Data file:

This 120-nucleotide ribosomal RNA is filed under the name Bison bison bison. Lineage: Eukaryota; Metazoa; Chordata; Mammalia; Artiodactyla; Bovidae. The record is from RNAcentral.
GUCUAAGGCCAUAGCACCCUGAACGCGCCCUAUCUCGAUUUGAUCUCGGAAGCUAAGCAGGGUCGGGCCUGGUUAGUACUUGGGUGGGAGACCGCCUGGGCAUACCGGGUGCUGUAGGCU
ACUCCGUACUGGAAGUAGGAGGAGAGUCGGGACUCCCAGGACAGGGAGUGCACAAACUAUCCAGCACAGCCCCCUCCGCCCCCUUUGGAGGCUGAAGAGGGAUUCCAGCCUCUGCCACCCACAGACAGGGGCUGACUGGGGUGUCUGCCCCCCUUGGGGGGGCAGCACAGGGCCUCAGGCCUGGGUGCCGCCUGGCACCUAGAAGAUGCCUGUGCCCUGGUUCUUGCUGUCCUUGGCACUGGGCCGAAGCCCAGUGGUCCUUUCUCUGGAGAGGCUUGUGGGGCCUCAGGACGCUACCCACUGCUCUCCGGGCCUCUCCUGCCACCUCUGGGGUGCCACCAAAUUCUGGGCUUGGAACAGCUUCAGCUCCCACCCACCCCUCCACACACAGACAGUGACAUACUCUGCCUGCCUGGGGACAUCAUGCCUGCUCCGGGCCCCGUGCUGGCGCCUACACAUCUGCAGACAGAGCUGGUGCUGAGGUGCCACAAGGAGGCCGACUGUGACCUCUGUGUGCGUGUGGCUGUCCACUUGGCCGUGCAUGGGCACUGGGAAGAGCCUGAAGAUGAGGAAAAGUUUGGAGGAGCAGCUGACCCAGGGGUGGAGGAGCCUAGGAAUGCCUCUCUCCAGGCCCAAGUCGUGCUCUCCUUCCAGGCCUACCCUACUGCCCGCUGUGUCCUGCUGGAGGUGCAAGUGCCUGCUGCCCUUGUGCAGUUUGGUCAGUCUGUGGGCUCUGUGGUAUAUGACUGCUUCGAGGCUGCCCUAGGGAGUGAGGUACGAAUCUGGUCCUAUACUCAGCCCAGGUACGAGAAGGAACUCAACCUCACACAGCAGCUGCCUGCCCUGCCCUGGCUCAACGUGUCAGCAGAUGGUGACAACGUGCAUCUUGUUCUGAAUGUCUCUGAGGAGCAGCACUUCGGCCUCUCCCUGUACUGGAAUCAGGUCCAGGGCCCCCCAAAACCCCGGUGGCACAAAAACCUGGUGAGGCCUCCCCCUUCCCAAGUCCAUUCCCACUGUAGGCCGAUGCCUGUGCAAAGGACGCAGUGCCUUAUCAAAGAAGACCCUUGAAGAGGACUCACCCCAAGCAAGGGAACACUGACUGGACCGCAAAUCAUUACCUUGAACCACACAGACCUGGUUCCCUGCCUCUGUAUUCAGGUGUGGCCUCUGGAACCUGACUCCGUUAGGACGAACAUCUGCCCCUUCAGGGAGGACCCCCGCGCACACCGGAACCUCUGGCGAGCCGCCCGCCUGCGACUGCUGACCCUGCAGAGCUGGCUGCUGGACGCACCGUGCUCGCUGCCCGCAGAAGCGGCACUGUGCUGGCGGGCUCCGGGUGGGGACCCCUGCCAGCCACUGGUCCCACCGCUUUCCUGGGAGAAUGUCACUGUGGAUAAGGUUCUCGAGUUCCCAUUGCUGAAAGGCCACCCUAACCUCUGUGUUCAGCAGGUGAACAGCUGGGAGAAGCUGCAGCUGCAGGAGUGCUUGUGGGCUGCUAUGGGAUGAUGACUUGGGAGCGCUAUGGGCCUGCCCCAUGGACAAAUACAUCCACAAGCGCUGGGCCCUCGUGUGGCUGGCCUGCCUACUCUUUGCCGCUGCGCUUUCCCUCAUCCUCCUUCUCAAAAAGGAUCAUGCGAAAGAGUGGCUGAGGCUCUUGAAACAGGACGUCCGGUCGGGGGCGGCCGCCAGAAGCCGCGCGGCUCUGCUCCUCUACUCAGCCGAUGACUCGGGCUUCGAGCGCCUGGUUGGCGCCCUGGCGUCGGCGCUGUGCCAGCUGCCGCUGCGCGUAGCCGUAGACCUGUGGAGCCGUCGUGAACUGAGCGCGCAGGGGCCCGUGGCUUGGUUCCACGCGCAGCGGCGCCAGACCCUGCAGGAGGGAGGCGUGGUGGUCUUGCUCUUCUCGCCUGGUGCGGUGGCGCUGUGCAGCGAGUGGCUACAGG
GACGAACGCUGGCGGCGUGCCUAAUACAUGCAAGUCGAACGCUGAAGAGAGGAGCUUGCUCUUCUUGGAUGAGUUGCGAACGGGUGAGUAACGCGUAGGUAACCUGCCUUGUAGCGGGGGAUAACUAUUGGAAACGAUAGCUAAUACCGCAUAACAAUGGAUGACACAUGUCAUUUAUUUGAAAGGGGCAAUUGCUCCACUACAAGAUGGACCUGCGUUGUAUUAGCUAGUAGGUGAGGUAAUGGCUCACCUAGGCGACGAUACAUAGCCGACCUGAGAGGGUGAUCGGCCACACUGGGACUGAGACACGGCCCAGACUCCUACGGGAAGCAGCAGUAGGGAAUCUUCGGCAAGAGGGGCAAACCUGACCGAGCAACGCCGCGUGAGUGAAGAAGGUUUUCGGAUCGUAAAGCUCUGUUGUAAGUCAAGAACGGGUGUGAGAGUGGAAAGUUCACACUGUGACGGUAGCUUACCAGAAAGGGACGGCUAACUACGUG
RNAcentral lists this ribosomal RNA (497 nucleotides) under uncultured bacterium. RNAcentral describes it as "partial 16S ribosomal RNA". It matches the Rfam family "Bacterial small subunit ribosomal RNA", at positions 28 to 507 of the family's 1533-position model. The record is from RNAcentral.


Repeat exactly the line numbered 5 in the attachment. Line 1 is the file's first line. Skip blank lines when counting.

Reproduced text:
RNAcentral lists this ribosomal RNA (497 nucleotides) under uncultured bacterium. RNAcentral describes it as "partial 16S ribosomal RNA". It matches the Rfam family "Bacterial small subunit ribosomal RNA", at positions 28 to 507 of the family's 1533-position model. The record is from RNAcentral.